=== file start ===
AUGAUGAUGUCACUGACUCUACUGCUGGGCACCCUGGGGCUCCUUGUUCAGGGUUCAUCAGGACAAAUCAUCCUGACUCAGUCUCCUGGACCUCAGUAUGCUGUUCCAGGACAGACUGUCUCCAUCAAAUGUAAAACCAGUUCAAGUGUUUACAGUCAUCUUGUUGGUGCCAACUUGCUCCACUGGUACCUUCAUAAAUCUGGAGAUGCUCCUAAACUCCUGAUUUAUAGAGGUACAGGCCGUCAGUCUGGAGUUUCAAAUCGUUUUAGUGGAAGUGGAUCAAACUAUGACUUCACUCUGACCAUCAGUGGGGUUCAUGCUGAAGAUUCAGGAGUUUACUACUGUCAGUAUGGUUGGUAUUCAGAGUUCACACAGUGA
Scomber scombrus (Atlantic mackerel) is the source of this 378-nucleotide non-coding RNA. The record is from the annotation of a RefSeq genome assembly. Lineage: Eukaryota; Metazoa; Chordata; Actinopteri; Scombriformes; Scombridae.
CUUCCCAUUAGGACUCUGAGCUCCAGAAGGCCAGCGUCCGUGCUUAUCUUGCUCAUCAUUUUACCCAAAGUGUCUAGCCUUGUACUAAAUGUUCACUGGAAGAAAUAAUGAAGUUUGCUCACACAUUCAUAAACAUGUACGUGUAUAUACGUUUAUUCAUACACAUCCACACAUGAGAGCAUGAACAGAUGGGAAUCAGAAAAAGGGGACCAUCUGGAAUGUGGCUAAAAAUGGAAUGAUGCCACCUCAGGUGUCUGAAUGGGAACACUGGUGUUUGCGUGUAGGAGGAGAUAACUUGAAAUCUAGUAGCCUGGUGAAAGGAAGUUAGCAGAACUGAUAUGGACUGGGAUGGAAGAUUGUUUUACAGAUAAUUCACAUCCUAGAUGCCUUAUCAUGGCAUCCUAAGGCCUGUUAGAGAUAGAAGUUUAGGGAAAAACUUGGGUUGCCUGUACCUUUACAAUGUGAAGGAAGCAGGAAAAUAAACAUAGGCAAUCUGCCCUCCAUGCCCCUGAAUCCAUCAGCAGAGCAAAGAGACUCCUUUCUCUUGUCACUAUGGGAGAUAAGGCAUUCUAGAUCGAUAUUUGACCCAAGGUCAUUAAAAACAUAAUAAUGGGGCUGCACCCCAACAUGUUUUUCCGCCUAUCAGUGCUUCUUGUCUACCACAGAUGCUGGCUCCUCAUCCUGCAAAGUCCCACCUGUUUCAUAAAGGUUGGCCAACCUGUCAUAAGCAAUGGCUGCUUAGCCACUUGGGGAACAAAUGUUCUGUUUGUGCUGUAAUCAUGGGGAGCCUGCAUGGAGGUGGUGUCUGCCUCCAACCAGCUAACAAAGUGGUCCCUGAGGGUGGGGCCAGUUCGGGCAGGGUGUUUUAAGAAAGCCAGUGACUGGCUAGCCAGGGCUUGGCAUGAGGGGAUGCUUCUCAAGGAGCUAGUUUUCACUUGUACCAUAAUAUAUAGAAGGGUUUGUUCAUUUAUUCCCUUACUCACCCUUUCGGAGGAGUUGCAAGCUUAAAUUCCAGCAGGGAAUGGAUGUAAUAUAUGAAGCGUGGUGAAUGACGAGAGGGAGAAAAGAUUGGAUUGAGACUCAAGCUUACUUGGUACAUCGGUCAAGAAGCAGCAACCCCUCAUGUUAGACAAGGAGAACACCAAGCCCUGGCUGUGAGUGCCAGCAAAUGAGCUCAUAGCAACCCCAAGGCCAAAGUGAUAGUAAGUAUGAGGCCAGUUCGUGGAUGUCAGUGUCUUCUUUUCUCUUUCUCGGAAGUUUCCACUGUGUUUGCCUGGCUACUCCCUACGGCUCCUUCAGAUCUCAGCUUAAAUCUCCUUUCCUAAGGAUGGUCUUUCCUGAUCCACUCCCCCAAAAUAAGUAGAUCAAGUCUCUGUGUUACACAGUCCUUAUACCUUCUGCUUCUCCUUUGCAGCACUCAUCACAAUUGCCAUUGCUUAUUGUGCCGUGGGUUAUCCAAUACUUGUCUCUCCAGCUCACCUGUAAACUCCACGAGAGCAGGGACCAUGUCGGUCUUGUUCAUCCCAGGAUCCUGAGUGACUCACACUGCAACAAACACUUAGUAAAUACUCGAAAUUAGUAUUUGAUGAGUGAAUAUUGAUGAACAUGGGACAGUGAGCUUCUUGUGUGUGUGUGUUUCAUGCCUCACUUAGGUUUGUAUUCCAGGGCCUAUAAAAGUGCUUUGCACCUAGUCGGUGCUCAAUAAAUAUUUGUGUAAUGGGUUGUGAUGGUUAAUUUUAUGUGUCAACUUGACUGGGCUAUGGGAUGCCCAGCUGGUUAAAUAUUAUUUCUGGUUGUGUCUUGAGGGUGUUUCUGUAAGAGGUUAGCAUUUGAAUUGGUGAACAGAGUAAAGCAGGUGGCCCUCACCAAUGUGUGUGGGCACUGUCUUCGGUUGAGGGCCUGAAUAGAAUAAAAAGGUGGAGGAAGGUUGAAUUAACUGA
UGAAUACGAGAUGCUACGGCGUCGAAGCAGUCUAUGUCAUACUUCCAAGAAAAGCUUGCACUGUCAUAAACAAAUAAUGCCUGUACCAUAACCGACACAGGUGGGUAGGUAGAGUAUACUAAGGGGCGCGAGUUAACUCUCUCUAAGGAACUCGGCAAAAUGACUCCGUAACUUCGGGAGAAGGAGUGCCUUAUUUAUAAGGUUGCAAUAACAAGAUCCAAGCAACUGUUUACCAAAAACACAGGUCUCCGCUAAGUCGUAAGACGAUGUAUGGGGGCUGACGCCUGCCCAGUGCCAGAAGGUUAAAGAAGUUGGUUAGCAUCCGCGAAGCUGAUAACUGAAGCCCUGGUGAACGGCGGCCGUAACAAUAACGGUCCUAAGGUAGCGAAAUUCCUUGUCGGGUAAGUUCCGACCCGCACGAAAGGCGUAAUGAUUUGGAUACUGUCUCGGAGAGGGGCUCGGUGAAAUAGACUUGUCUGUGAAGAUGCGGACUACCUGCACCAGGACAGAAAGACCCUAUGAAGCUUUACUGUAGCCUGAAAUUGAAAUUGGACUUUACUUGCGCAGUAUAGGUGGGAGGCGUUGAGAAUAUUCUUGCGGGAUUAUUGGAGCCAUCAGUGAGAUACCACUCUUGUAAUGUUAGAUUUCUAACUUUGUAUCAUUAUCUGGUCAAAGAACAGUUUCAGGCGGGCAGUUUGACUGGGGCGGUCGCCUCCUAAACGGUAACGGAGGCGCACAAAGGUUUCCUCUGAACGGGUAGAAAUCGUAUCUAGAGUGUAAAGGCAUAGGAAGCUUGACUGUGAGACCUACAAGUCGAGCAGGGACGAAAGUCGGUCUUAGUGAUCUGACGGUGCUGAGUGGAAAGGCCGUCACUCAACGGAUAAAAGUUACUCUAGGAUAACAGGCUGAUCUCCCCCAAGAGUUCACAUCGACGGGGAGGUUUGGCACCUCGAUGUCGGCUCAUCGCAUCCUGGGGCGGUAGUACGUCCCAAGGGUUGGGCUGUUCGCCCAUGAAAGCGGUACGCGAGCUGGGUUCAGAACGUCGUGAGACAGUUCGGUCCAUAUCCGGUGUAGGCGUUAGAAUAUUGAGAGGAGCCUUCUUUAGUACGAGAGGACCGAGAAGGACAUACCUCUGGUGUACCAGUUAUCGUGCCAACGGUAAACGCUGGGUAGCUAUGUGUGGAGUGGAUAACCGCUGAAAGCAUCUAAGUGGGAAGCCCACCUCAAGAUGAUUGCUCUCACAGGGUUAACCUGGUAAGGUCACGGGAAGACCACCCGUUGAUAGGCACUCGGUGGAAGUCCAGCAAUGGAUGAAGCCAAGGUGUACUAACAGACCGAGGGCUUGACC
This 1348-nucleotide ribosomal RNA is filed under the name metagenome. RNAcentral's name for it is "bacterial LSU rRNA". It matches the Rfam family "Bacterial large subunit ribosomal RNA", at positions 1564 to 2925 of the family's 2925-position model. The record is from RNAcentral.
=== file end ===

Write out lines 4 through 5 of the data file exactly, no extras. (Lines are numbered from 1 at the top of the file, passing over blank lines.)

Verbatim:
UGAAUACGAGAUGCUACGGCGUCGAAGCAGUCUAUGUCAUACUUCCAAGAAAAGCUUGCACUGUCAUAAACAAAUAAUGCCUGUACCAUAACCGACACAGGUGGGUAGGUAGAGUAUACUAAGGGGCGCGAGUUAACUCUCUCUAAGGAACUCGGCAAAAUGACUCCGUAACUUCGGGAGAAGGAGUGCCUUAUUUAUAAGGUUGCAAUAACAAGAUCCAAGCAACUGUUUACCAAAAACACAGGUCUCCGCUAAGUCGUAAGACGAUGUAUGGGGGCUGACGCCUGCCCAGUGCCAGAAGGUUAAAGAAGUUGGUUAGCAUCCGCGAAGCUGAUAACUGAAGCCCUGGUGAACGGCGGCCGUAACAAUAACGGUCCUAAGGUAGCGAAAUUCCUUGUCGGGUAAGUUCCGACCCGCACGAAAGGCGUAAUGAUUUGGAUACUGUCUCGGAGAGGGGCUCGGUGAAAUAGACUUGUCUGUGAAGAUGCGGACUACCUGCACCAGGACAGAAAGACCCUAUGAAGCUUUACUGUAGCCUGAAAUUGAAAUUGGACUUUACUUGCGCAGUAUAGGUGGGAGGCGUUGAGAAUAUUCUUGCGGGAUUAUUGGAGCCAUCAGUGAGAUACCACUCUUGUAAUGUUAGAUUUCUAACUUUGUAUCAUUAUCUGGUCAAAGAACAGUUUCAGGCGGGCAGUUUGACUGGGGCGGUCGCCUCCUAAACGGUAACGGAGGCGCACAAAGGUUUCCUCUGAACGGGUAGAAAUCGUAUCUAGAGUGUAAAGGCAUAGGAAGCUUGACUGUGAGACCUACAAGUCGAGCAGGGACGAAAGUCGGUCUUAGUGAUCUGACGGUGCUGAGUGGAAAGGCCGUCACUCAACGGAUAAAAGUUACUCUAGGAUAACAGGCUGAUCUCCCCCAAGAGUUCACAUCGACGGGGAGGUUUGGCACCUCGAUGUCGGCUCAUCGCAUCCUGGGGCGGUAGUACGUCCCAAGGGUUGGGCUGUUCGCCCAUGAAAGCGGUACGCGAGCUGGGUUCAGAACGUCGUGAGACAGUUCGGUCCAUAUCCGGUGUAGGCGUUAGAAUAUUGAGAGGAGCCUUCUUUAGUACGAGAGGACCGAGAAGGACAUACCUCUGGUGUACCAGUUAUCGUGCCAACGGUAAACGCUGGGUAGCUAUGUGUGGAGUGGAUAACCGCUGAAAGCAUCUAAGUGGGAAGCCCACCUCAAGAUGAUUGCUCUCACAGGGUUAACCUGGUAAGGUCACGGGAAGACCACCCGUUGAUAGGCACUCGGUGGAAGUCCAGCAAUGGAUGAAGCCAAGGUGUACUAACAGACCGAGGGCUUGACC
This 1348-nucleotide ribosomal RNA is filed under the name metagenome. RNAcentral's name for it is "bacterial LSU rRNA". It matches the Rfam family "Bacterial large subunit ribosomal RNA", at positions 1564 to 2925 of the family's 2925-position model. The record is from RNAcentral.